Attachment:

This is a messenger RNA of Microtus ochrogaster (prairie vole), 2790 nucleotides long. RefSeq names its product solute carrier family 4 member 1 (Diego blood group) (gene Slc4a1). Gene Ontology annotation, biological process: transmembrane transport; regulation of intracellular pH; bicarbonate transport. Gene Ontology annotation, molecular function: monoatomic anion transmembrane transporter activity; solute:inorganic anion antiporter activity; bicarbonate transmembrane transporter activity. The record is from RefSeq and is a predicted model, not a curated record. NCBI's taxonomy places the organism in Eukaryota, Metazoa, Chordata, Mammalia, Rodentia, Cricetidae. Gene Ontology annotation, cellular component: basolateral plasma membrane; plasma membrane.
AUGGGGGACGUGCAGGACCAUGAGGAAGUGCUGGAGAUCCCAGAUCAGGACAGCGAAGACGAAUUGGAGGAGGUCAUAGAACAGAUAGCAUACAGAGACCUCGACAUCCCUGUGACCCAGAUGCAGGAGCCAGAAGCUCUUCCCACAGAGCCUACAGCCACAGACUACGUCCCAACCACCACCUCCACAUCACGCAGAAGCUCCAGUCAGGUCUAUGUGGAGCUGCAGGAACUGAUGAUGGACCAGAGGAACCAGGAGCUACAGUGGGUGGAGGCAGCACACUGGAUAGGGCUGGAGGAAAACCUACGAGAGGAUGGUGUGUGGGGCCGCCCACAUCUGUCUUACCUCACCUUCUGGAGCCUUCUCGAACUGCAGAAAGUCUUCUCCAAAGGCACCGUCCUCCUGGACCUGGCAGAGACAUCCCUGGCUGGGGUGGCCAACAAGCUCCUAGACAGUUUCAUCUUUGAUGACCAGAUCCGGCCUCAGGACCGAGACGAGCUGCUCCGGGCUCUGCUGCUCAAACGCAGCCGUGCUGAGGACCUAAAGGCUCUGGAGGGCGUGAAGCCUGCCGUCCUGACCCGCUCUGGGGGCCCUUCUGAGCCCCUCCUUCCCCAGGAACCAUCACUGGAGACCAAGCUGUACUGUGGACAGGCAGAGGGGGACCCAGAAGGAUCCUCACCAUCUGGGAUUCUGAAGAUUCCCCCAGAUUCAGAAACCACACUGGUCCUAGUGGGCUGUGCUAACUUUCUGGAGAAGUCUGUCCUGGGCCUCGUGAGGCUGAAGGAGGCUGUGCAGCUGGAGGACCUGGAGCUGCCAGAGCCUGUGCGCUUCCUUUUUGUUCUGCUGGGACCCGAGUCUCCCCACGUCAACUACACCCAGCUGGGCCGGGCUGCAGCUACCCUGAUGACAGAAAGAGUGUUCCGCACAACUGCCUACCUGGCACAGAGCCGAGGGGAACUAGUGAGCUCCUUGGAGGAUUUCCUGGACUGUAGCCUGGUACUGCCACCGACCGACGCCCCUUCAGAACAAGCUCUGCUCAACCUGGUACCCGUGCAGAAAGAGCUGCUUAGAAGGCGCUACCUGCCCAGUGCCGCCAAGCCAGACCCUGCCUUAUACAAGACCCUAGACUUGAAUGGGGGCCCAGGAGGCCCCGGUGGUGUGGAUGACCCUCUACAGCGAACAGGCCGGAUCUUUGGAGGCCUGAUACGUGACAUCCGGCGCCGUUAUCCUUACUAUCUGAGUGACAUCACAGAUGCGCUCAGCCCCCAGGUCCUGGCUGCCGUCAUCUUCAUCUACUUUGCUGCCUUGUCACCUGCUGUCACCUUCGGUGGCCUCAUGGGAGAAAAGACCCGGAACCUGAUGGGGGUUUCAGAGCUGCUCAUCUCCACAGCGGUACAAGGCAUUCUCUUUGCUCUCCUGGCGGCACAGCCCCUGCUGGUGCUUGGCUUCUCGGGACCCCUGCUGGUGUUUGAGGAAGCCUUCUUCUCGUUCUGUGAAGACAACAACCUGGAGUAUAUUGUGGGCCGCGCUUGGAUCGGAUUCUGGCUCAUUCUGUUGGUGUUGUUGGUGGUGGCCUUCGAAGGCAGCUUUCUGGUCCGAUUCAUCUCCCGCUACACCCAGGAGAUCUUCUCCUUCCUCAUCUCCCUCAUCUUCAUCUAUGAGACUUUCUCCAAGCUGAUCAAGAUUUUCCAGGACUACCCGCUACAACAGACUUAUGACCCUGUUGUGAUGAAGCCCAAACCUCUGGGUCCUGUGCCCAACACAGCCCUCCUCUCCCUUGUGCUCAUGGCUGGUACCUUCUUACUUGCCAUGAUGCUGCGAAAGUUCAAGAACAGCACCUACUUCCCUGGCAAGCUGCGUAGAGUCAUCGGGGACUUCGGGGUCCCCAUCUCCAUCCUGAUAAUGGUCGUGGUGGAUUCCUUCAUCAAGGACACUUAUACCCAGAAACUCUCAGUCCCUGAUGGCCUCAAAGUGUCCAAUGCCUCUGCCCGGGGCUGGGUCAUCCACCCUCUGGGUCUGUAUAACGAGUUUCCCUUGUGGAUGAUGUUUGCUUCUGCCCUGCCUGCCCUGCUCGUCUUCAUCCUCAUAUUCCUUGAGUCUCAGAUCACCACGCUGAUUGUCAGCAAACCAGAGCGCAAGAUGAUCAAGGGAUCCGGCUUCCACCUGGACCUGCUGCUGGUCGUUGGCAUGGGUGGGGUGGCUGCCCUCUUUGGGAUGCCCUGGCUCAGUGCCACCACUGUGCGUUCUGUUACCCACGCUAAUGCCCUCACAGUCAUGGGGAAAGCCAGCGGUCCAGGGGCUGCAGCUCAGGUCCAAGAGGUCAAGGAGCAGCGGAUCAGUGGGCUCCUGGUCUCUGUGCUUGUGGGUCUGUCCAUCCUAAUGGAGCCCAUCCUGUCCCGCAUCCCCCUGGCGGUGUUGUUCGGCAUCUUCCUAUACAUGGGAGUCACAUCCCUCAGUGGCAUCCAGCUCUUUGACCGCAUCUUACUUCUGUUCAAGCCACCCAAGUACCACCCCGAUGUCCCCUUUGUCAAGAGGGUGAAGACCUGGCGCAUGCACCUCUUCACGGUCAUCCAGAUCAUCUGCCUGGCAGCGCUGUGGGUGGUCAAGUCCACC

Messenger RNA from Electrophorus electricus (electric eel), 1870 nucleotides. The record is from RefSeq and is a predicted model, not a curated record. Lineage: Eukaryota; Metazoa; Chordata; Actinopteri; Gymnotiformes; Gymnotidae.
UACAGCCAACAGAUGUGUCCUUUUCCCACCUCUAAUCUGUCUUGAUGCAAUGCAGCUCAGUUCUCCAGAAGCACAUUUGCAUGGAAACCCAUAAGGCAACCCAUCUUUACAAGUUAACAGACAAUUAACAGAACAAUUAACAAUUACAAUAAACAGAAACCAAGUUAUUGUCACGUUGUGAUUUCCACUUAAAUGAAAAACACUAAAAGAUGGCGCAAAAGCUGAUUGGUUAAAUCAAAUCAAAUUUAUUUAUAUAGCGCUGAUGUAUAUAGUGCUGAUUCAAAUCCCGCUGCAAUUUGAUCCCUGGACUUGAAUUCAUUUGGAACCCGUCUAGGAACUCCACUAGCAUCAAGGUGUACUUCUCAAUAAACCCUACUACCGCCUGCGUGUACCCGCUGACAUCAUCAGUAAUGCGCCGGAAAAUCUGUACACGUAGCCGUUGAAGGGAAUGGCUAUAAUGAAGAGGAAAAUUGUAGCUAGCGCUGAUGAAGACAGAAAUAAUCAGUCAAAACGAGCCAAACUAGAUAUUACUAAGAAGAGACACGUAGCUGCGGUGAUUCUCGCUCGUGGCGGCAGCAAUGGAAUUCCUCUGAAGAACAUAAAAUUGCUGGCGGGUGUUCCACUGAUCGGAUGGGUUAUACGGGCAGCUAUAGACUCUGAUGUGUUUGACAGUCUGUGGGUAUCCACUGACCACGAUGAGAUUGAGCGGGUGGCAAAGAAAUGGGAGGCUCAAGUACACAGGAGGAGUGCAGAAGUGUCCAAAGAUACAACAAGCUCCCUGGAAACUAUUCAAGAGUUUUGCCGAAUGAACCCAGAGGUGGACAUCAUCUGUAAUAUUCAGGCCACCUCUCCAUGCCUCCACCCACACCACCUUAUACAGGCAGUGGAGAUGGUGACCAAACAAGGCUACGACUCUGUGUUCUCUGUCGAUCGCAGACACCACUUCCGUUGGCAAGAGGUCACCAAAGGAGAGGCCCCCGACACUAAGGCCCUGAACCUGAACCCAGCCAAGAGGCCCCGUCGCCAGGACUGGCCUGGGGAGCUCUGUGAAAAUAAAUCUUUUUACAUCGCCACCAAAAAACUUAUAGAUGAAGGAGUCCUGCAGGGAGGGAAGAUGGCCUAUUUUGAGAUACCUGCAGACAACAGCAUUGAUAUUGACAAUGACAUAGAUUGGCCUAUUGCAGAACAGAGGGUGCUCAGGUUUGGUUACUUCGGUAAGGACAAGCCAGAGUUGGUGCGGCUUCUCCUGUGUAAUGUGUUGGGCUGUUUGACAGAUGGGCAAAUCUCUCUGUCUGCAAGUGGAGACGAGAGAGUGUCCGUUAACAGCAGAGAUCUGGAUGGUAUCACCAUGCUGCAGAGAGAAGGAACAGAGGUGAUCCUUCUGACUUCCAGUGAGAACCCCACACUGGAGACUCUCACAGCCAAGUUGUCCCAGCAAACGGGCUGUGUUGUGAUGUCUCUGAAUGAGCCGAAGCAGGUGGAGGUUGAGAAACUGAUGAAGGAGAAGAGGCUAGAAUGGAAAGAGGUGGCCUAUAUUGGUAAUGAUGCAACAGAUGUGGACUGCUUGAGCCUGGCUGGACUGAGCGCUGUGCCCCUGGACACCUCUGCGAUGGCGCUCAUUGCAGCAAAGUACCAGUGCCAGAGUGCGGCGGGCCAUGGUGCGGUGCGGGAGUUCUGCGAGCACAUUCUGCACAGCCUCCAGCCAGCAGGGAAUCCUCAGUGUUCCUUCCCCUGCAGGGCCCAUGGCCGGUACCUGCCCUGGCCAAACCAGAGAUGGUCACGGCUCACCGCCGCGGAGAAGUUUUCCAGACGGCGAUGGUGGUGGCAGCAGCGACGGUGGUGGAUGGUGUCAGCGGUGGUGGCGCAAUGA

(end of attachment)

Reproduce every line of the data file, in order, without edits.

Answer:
This is a messenger RNA of Microtus ochrogaster (prairie vole), 2790 nucleotides long. RefSeq names its product solute carrier family 4 member 1 (Diego blood group) (gene Slc4a1). Gene Ontology annotation, biological process: transmembrane transport; regulation of intracellular pH; bicarbonate transport. Gene Ontology annotation, molecular function: monoatomic anion transmembrane transporter activity; solute:inorganic anion antiporter activity; bicarbonate transmembrane transporter activity. The record is from RefSeq and is a predicted model, not a curated record. NCBI's taxonomy places the organism in Eukaryota, Metazoa, Chordata, Mammalia, Rodentia, Cricetidae. Gene Ontology annotation, cellular component: basolateral plasma membrane; plasma membrane.
AUGGGGGACGUGCAGGACCAUGAGGAAGUGCUGGAGAUCCCAGAUCAGGACAGCGAAGACGAAUUGGAGGAGGUCAUAGAACAGAUAGCAUACAGAGACCUCGACAUCCCUGUGACCCAGAUGCAGGAGCCAGAAGCUCUUCCCACAGAGCCUACAGCCACAGACUACGUCCCAACCACCACCUCCACAUCACGCAGAAGCUCCAGUCAGGUCUAUGUGGAGCUGCAGGAACUGAUGAUGGACCAGAGGAACCAGGAGCUACAGUGGGUGGAGGCAGCACACUGGAUAGGGCUGGAGGAAAACCUACGAGAGGAUGGUGUGUGGGGCCGCCCACAUCUGUCUUACCUCACCUUCUGGAGCCUUCUCGAACUGCAGAAAGUCUUCUCCAAAGGCACCGUCCUCCUGGACCUGGCAGAGACAUCCCUGGCUGGGGUGGCCAACAAGCUCCUAGACAGUUUCAUCUUUGAUGACCAGAUCCGGCCUCAGGACCGAGACGAGCUGCUCCGGGCUCUGCUGCUCAAACGCAGCCGUGCUGAGGACCUAAAGGCUCUGGAGGGCGUGAAGCCUGCCGUCCUGACCCGCUCUGGGGGCCCUUCUGAGCCCCUCCUUCCCCAGGAACCAUCACUGGAGACCAAGCUGUACUGUGGACAGGCAGAGGGGGACCCAGAAGGAUCCUCACCAUCUGGGAUUCUGAAGAUUCCCCCAGAUUCAGAAACCACACUGGUCCUAGUGGGCUGUGCUAACUUUCUGGAGAAGUCUGUCCUGGGCCUCGUGAGGCUGAAGGAGGCUGUGCAGCUGGAGGACCUGGAGCUGCCAGAGCCUGUGCGCUUCCUUUUUGUUCUGCUGGGACCCGAGUCUCCCCACGUCAACUACACCCAGCUGGGCCGGGCUGCAGCUACCCUGAUGACAGAAAGAGUGUUCCGCACAACUGCCUACCUGGCACAGAGCCGAGGGGAACUAGUGAGCUCCUUGGAGGAUUUCCUGGACUGUAGCCUGGUACUGCCACCGACCGACGCCCCUUCAGAACAAGCUCUGCUCAACCUGGUACCCGUGCAGAAAGAGCUGCUUAGAAGGCGCUACCUGCCCAGUGCCGCCAAGCCAGACCCUGCCUUAUACAAGACCCUAGACUUGAAUGGGGGCCCAGGAGGCCCCGGUGGUGUGGAUGACCCUCUACAGCGAACAGGCCGGAUCUUUGGAGGCCUGAUACGUGACAUCCGGCGCCGUUAUCCUUACUAUCUGAGUGACAUCACAGAUGCGCUCAGCCCCCAGGUCCUGGCUGCCGUCAUCUUCAUCUACUUUGCUGCCUUGUCACCUGCUGUCACCUUCGGUGGCCUCAUGGGAGAAAAGACCCGGAACCUGAUGGGGGUUUCAGAGCUGCUCAUCUCCACAGCGGUACAAGGCAUUCUCUUUGCUCUCCUGGCGGCACAGCCCCUGCUGGUGCUUGGCUUCUCGGGACCCCUGCUGGUGUUUGAGGAAGCCUUCUUCUCGUUCUGUGAAGACAACAACCUGGAGUAUAUUGUGGGCCGCGCUUGGAUCGGAUUCUGGCUCAUUCUGUUGGUGUUGUUGGUGGUGGCCUUCGAAGGCAGCUUUCUGGUCCGAUUCAUCUCCCGCUACACCCAGGAGAUCUUCUCCUUCCUCAUCUCCCUCAUCUUCAUCUAUGAGACUUUCUCCAAGCUGAUCAAGAUUUUCCAGGACUACCCGCUACAACAGACUUAUGACCCUGUUGUGAUGAAGCCCAAACCUCUGGGUCCUGUGCCCAACACAGCCCUCCUCUCCCUUGUGCUCAUGGCUGGUACCUUCUUACUUGCCAUGAUGCUGCGAAAGUUCAAGAACAGCACCUACUUCCCUGGCAAGCUGCGUAGAGUCAUCGGGGACUUCGGGGUCCCCAUCUCCAUCCUGAUAAUGGUCGUGGUGGAUUCCUUCAUCAAGGACACUUAUACCCAGAAACUCUCAGUCCCUGAUGGCCUCAAAGUGUCCAAUGCCUCUGCCCGGGGCUGGGUCAUCCACCCUCUGGGUCUGUAUAACGAGUUUCCCUUGUGGAUGAUGUUUGCUUCUGCCCUGCCUGCCCUGCUCGUCUUCAUCCUCAUAUUCCUUGAGUCUCAGAUCACCACGCUGAUUGUCAGCAAACCAGAGCGCAAGAUGAUCAAGGGAUCCGGCUUCCACCUGGACCUGCUGCUGGUCGUUGGCAUGGGUGGGGUGGCUGCCCUCUUUGGGAUGCCCUGGCUCAGUGCCACCACUGUGCGUUCUGUUACCCACGCUAAUGCCCUCACAGUCAUGGGGAAAGCCAGCGGUCCAGGGGCUGCAGCUCAGGUCCAAGAGGUCAAGGAGCAGCGGAUCAGUGGGCUCCUGGUCUCUGUGCUUGUGGGUCUGUCCAUCCUAAUGGAGCCCAUCCUGUCCCGCAUCCCCCUGGCGGUGUUGUUCGGCAUCUUCCUAUACAUGGGAGUCACAUCCCUCAGUGGCAUCCAGCUCUUUGACCGCAUCUUACUUCUGUUCAAGCCACCCAAGUACCACCCCGAUGUCCCCUUUGUCAAGAGGGUGAAGACCUGGCGCAUGCACCUCUUCACGGUCAUCCAGAUCAUCUGCCUGGCAGCGCUGUGGGUGGUCAAGUCCACC

Messenger RNA from Electrophorus electricus (electric eel), 1870 nucleotides. The record is from RefSeq and is a predicted model, not a curated record. Lineage: Eukaryota; Metazoa; Chordata; Actinopteri; Gymnotiformes; Gymnotidae.
UACAGCCAACAGAUGUGUCCUUUUCCCACCUCUAAUCUGUCUUGAUGCAAUGCAGCUCAGUUCUCCAGAAGCACAUUUGCAUGGAAACCCAUAAGGCAACCCAUCUUUACAAGUUAACAGACAAUUAACAGAACAAUUAACAAUUACAAUAAACAGAAACCAAGUUAUUGUCACGUUGUGAUUUCCACUUAAAUGAAAAACACUAAAAGAUGGCGCAAAAGCUGAUUGGUUAAAUCAAAUCAAAUUUAUUUAUAUAGCGCUGAUGUAUAUAGUGCUGAUUCAAAUCCCGCUGCAAUUUGAUCCCUGGACUUGAAUUCAUUUGGAACCCGUCUAGGAACUCCACUAGCAUCAAGGUGUACUUCUCAAUAAACCCUACUACCGCCUGCGUGUACCCGCUGACAUCAUCAGUAAUGCGCCGGAAAAUCUGUACACGUAGCCGUUGAAGGGAAUGGCUAUAAUGAAGAGGAAAAUUGUAGCUAGCGCUGAUGAAGACAGAAAUAAUCAGUCAAAACGAGCCAAACUAGAUAUUACUAAGAAGAGACACGUAGCUGCGGUGAUUCUCGCUCGUGGCGGCAGCAAUGGAAUUCCUCUGAAGAACAUAAAAUUGCUGGCGGGUGUUCCACUGAUCGGAUGGGUUAUACGGGCAGCUAUAGACUCUGAUGUGUUUGACAGUCUGUGGGUAUCCACUGACCACGAUGAGAUUGAGCGGGUGGCAAAGAAAUGGGAGGCUCAAGUACACAGGAGGAGUGCAGAAGUGUCCAAAGAUACAACAAGCUCCCUGGAAACUAUUCAAGAGUUUUGCCGAAUGAACCCAGAGGUGGACAUCAUCUGUAAUAUUCAGGCCACCUCUCCAUGCCUCCACCCACACCACCUUAUACAGGCAGUGGAGAUGGUGACCAAACAAGGCUACGACUCUGUGUUCUCUGUCGAUCGCAGACACCACUUCCGUUGGCAAGAGGUCACCAAAGGAGAGGCCCCCGACACUAAGGCCCUGAACCUGAACCCAGCCAAGAGGCCCCGUCGCCAGGACUGGCCUGGGGAGCUCUGUGAAAAUAAAUCUUUUUACAUCGCCACCAAAAAACUUAUAGAUGAAGGAGUCCUGCAGGGAGGGAAGAUGGCCUAUUUUGAGAUACCUGCAGACAACAGCAUUGAUAUUGACAAUGACAUAGAUUGGCCUAUUGCAGAACAGAGGGUGCUCAGGUUUGGUUACUUCGGUAAGGACAAGCCAGAGUUGGUGCGGCUUCUCCUGUGUAAUGUGUUGGGCUGUUUGACAGAUGGGCAAAUCUCUCUGUCUGCAAGUGGAGACGAGAGAGUGUCCGUUAACAGCAGAGAUCUGGAUGGUAUCACCAUGCUGCAGAGAGAAGGAACAGAGGUGAUCCUUCUGACUUCCAGUGAGAACCCCACACUGGAGACUCUCACAGCCAAGUUGUCCCAGCAAACGGGCUGUGUUGUGAUGUCUCUGAAUGAGCCGAAGCAGGUGGAGGUUGAGAAACUGAUGAAGGAGAAGAGGCUAGAAUGGAAAGAGGUGGCCUAUAUUGGUAAUGAUGCAACAGAUGUGGACUGCUUGAGCCUGGCUGGACUGAGCGCUGUGCCCCUGGACACCUCUGCGAUGGCGCUCAUUGCAGCAAAGUACCAGUGCCAGAGUGCGGCGGGCCAUGGUGCGGUGCGGGAGUUCUGCGAGCACAUUCUGCACAGCCUCCAGCCAGCAGGGAAUCCUCAGUGUUCCUUCCCCUGCAGGGCCCAUGGCCGGUACCUGCCCUGGCCAAACCAGAGAUGGUCACGGCUCACCGCCGCGGAGAAGUUUUCCAGACGGCGAUGGUGGUGGCAGCAGCGACGGUGGUGGAUGGUGUCAGCGGUGGUGGCGCAAUGA